We can learn a lot from children. The first ten years of your life is (or at least it should be) all about playing, drawing, reading, lounging carefree, and developing a little every day towards adulthood. Around your teens, you begin to discover life, and during adolescence, most young people make a number of choices in life that set the lines for what lies ahead.
Last Friday, you received the first email in your inbox. In 7 weeks, I will take you step by step in a mini course, HOLD ON, a rule of life to make the hectic pace of everyday life manageable through implementing elements of monasticism. You will discover how nice that is.
In monastic life, there is a strict daily rhythm. It is not necessary for you to live like that; however, a bit of a daily routine will help you. C.S. Lewis, the well-known author of the 20th century, also made up a daily rhythm—not within the monastery, but just to be productive.
But first, a small overview: Where are we? Last week, we started from rest and Holy Ground. Here’s what’s still to come.
- H. for Holy Ground. What makes a good start to your day? A good start, a solid foundation (last week).
- O for Organizing: Standing still and not moving yet (this week).
- L for Let’s get started! No more delay, and get moving now (next week).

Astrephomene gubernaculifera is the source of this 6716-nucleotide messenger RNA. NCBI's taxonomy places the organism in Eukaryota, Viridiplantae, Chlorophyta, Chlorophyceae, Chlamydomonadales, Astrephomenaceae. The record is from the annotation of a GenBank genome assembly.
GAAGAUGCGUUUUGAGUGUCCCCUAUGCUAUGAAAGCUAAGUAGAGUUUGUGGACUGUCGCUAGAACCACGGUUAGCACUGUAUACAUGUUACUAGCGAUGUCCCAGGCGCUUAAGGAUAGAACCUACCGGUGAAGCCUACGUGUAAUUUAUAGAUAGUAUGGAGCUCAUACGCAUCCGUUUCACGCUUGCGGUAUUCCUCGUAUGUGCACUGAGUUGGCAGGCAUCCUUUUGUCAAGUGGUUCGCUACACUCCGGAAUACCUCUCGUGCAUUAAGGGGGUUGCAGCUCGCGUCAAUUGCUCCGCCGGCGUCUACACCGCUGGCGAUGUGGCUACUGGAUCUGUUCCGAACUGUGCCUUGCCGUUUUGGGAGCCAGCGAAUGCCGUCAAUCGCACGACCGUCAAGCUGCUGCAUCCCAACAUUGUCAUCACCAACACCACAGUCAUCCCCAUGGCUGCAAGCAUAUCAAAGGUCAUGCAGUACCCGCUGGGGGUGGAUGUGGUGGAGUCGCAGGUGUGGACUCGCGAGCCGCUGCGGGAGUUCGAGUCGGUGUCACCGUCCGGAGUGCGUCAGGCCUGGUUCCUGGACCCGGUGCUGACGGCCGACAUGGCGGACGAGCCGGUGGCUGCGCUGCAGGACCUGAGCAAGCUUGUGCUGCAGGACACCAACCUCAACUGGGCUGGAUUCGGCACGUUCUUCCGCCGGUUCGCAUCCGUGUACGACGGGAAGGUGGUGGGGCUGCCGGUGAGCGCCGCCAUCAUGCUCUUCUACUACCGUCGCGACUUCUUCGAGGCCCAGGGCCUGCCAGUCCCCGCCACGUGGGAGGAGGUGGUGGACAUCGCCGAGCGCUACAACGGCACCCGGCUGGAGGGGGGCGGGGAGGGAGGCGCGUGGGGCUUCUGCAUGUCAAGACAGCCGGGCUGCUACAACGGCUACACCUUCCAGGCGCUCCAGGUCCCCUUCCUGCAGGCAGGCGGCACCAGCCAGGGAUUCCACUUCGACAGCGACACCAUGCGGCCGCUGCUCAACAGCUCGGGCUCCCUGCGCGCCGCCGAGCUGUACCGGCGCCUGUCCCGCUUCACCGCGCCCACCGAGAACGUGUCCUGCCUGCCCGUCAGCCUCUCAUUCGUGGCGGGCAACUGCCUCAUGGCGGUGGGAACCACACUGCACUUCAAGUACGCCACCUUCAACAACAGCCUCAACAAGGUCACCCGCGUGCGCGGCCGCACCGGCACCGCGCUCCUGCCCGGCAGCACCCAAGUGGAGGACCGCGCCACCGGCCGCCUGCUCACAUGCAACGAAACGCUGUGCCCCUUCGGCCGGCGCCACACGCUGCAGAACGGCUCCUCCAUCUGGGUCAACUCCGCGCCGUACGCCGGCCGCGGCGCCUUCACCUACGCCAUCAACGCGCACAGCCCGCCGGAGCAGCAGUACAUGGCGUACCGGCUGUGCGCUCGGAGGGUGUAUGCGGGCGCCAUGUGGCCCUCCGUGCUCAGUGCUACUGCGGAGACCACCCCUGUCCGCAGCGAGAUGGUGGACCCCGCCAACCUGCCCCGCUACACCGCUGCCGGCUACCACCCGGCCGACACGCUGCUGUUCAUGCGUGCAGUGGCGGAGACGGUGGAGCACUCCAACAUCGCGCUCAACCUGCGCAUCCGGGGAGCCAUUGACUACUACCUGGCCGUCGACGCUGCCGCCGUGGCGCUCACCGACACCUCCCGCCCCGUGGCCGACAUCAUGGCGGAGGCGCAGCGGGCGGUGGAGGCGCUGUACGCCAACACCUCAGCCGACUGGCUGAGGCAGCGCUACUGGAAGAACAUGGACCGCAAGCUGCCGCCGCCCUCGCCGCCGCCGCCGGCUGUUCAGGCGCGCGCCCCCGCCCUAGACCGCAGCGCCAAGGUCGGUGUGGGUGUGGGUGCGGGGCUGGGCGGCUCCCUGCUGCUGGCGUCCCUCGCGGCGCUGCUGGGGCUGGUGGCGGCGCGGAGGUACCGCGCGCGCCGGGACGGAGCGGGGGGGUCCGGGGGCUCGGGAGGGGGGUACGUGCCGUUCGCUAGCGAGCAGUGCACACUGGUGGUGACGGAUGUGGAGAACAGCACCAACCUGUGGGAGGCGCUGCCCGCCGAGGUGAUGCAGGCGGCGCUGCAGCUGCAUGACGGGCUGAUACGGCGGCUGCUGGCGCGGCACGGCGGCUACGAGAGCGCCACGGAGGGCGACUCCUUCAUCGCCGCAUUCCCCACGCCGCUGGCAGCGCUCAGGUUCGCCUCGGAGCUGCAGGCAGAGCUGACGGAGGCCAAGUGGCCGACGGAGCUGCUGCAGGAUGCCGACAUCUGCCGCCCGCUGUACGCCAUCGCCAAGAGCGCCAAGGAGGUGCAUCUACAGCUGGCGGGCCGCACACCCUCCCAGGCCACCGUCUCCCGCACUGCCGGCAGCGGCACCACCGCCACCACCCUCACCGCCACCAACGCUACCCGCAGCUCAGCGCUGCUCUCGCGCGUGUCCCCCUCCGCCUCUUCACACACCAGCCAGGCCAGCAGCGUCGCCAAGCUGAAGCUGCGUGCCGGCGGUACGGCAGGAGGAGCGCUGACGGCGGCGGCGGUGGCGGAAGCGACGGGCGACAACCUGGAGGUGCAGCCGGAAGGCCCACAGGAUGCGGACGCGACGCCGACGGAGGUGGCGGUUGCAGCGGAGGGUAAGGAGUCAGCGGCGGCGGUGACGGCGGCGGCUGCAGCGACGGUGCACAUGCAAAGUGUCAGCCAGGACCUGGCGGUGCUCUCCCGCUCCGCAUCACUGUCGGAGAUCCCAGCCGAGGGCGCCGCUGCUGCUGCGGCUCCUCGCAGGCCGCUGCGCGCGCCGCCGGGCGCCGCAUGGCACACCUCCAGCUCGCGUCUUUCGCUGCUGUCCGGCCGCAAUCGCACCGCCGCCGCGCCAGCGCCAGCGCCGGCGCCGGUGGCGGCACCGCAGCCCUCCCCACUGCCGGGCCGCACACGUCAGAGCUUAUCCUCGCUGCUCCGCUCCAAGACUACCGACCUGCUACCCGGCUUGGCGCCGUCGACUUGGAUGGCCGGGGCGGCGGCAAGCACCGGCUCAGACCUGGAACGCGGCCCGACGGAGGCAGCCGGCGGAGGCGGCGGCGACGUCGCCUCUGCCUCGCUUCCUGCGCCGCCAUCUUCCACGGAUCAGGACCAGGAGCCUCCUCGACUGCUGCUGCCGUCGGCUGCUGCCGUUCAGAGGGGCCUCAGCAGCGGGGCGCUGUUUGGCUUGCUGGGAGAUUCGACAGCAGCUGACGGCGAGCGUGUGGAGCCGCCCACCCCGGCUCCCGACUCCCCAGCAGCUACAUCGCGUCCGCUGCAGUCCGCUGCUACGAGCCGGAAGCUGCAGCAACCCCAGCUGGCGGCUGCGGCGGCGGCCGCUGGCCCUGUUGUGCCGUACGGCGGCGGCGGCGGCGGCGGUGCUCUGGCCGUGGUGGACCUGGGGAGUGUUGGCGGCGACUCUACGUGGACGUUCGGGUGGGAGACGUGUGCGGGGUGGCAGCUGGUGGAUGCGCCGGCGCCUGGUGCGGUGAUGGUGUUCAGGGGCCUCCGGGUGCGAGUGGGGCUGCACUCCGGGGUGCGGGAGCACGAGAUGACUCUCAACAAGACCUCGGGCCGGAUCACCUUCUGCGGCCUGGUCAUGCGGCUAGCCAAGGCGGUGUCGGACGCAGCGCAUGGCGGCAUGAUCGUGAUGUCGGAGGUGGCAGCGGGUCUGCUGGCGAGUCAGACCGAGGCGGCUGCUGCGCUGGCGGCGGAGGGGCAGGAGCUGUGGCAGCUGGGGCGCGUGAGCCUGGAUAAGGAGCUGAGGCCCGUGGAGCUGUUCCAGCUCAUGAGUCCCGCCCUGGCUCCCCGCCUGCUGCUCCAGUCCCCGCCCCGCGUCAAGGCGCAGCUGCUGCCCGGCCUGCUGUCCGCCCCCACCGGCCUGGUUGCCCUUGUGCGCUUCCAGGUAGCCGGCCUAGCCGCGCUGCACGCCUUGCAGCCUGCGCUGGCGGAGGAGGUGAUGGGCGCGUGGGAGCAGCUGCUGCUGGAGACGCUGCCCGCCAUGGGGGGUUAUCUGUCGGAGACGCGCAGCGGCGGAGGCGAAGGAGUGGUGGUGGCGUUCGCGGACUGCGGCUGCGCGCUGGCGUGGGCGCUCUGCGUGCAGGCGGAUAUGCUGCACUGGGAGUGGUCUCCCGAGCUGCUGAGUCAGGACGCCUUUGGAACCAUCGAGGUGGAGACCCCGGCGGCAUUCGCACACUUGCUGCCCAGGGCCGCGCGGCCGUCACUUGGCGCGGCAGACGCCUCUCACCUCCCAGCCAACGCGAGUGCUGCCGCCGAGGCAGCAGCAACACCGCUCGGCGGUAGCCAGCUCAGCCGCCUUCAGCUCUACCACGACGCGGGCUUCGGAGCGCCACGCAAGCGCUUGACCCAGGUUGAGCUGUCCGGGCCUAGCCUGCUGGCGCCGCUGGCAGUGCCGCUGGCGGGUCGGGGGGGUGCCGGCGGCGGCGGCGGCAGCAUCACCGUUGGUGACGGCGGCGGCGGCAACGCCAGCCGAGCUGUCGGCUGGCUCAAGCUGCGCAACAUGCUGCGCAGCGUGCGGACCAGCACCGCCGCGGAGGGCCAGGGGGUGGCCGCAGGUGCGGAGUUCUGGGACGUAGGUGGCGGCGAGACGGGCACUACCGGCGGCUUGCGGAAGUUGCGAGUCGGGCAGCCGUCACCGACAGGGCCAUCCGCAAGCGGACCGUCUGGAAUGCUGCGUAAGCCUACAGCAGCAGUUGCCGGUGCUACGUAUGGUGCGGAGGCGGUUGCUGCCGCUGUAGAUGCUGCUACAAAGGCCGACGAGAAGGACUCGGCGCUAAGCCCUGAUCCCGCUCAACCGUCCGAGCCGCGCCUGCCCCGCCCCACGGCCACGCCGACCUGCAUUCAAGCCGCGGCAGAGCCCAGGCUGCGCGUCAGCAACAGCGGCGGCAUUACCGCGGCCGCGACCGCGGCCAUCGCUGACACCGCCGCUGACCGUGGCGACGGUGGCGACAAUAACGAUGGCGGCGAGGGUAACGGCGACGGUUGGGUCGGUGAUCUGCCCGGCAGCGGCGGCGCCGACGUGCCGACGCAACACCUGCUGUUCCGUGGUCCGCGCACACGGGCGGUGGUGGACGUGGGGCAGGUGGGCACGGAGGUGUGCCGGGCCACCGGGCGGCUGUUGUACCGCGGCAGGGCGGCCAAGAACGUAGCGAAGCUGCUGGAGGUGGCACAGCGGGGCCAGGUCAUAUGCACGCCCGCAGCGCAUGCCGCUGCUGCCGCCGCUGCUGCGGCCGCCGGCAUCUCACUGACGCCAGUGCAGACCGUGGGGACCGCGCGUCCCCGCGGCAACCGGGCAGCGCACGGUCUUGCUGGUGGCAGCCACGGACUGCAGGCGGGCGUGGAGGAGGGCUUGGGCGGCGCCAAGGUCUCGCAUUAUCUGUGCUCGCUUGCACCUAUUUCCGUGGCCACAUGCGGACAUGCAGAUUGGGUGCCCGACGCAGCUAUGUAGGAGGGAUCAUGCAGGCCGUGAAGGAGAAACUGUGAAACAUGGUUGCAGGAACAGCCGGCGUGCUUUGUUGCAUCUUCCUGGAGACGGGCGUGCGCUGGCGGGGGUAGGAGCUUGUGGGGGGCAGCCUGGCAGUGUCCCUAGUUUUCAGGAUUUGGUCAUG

- D for Dear ones around you: The beating heart for others (the following week).
- O for Oh!—my body! Pay attention to your body: nutrition, exercise, rest and sexuality ( week five).
- N for Nurture your soul and sensitivity: What activity makes you really happy? Feed your sensitive soul. (week six).
- . for The art of wrapping up well and calling it finished (The final week).
In this way, the Rule of Life is holistic and circular, the Benedict way: You cover all life domains (holistic), and you can always start over again (circular).
Today, we cover the second letter of HOLD ON—the O: How to organize. How do you organize your different roles and responsibilities? Think about the different roles you have. Are you a brother, son, father, mother, neighbour, caregiver? This is an important starting point.